Football Manager The Devil in the Details

Artwork by Astrid Ana Jansen

Third season in, I’m running away with the league title with Arsenal. 11 points ahead with 10 games to go, my new signing Antoine Griezmann is chasing club and league records for assists, and Alexis Sanchez is top scorer in the league. The supporters are singing my name, my family greets me with smiles.

Game against a lowly Crystal Palace, I lose Griezmann and Lukaku to injuries; heel and hamstring. Granit Xhaka collects his 10th yellow card and I’m about to lose him for the next couple of games. I move Alexis upfront, and he gets injured in training a few days later.

One point from the next four games, and Chelsea are now breathing down my neck; one point behind me with five games to go, with no recognised striker leading my line. Supporters that once adored me are now viciously calling for my head, and my family’s uncertainties grow. To top it all off, Laurent Koscielny, my skipper and my defensive talisman, requests to speak to me.

“I miss home,” he pleads.

I set my laptop aside, and head down for a walk, a cigarette, and salvation.

One thing you’ll need to know about the Football Manager series is that it swallows you whole. Your time, your patience, your everyday responsibilities; you’ll find yourself making all sorts of adjustments to your otherwise uninterrupted routine.

Your girlfriend will give you stares and attitude, questioning your motives over a game that you don’t even “play”. That’s where you you’d have had enough.

Game? A fucking game? It never is a game. It’s a duty. It’s an obligation. It’s an occupation. It becomes a legacy. One that will have you putting in more effort and brains than you would have for anything else before.

From setting up your scouts to get you the next best talent, to the data analysts in your backroom staff providing a Moneyball-worthy report on the effectiveness and capabilities of your players, and from scheduling the best training regimes, to picking your answers carefully in press conferences. All that and keeping the promises you’ll make your players? About strengthening your squad? Or making sure they get their preferred squad numbers? It’s tougher than ever to keep your wits about you.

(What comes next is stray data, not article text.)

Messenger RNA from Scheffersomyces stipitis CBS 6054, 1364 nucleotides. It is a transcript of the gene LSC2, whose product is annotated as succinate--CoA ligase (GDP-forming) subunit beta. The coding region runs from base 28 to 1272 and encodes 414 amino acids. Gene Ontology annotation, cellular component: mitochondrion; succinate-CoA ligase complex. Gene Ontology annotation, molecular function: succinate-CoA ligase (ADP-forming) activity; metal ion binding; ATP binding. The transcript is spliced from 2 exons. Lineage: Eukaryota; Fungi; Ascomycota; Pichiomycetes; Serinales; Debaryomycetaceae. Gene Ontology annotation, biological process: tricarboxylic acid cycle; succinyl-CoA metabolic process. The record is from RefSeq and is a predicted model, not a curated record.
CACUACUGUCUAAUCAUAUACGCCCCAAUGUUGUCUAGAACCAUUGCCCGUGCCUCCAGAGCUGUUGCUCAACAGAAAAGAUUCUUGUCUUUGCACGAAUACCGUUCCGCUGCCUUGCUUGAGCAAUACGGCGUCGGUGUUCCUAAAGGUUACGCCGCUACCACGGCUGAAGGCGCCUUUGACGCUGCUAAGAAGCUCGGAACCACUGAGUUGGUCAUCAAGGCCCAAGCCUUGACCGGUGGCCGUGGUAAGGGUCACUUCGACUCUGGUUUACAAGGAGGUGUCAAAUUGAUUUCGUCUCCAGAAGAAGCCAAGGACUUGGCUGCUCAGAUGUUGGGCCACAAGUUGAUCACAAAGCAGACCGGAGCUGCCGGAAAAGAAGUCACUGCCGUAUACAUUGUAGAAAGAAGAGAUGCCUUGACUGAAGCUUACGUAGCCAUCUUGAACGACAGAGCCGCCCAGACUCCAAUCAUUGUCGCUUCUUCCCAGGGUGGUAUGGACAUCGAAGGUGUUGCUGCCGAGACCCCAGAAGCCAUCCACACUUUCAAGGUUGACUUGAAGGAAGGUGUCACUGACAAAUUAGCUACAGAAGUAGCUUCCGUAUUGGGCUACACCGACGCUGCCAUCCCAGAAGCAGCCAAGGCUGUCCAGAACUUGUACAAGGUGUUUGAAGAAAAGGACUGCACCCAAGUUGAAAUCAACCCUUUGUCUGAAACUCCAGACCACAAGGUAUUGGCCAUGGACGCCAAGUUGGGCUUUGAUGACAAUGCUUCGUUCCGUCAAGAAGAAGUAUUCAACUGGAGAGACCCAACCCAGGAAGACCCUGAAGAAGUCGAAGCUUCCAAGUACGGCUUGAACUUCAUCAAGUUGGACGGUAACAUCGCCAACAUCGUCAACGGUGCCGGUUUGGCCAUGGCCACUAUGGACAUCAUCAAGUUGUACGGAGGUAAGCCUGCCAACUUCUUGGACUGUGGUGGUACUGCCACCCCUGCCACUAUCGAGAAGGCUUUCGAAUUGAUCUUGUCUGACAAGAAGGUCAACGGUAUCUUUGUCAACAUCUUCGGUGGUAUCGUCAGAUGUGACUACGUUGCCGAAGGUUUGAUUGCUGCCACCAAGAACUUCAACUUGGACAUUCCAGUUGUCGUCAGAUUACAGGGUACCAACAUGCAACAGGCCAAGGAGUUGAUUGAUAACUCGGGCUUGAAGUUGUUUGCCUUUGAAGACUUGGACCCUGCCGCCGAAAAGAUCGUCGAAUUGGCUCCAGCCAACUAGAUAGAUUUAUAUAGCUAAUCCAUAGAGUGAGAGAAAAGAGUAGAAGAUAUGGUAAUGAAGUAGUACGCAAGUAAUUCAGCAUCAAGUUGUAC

And then, comes matchday. There’s nothing like the Christmassy scent of matchday mornings. Fitness reports, scout reports, tactical analysis, and pre-match press conferences will be the order of the day, but all seemingly irrelevant if you don’t end the day with three points.

There will be ways you could start your career on Football Manager; unemployed at first and going with a club that’s willing to take a shot on a nobody manager, or with a club struggling in the second, third, or fourth tier of a league and learning the trade while you rise that daunting and treacherous ladder of football prestige.

My route is straightforward. Starting with Arsenal, get Arsène Wenger promoted to Director of Football, and then working hand-in-hand to bring back the glory days to the Gunners faithful. All of that whilst still doing it right; by “promoting from within”, and doing it against the arse-itching nuisance of the Chinese Super League, and Brexit’s new non-EU nonsense, both that will add a new dimension to the series, and more headaches deep into the night.

The question that’ll remain after all the hours spent and notes scribbled down and cigarettes smoked, would be “what’s the end game?”, and frankly? I don’t know. But in an almost transcendental way, that keeps me going. It’s not so much the leaderboards and the competition you’re pitted in against other players worldwide like on FIFA. Neither is it any sort of prize money that could incentivise you in any way. You’re just… In a constant and intrepid battle to better yourself.

Winning a trophy one season will mean every club else strengthening their squads and setting their sights on you like drool dribbling beasts spending more money on the next best player. And of course, finishing a season trophyless will have you sweating in the end-of-season review with the board.

There isn’t a one-size-fit-all approach to Football Manager; it was designed to have your personality’s imprints all over your club; a simulator in the purest form. With Football Manager 2010, I went 38 seasons with Olympique Lyonnais, winning 32 league titles, and was surprised by the board’s (or the game engine’s) decision to name the stadium after me.

You’ve read that the devil is in the details, but all Football Manager’s ever done is teach me right from wrong, and on how to keep my supporters singing my song.


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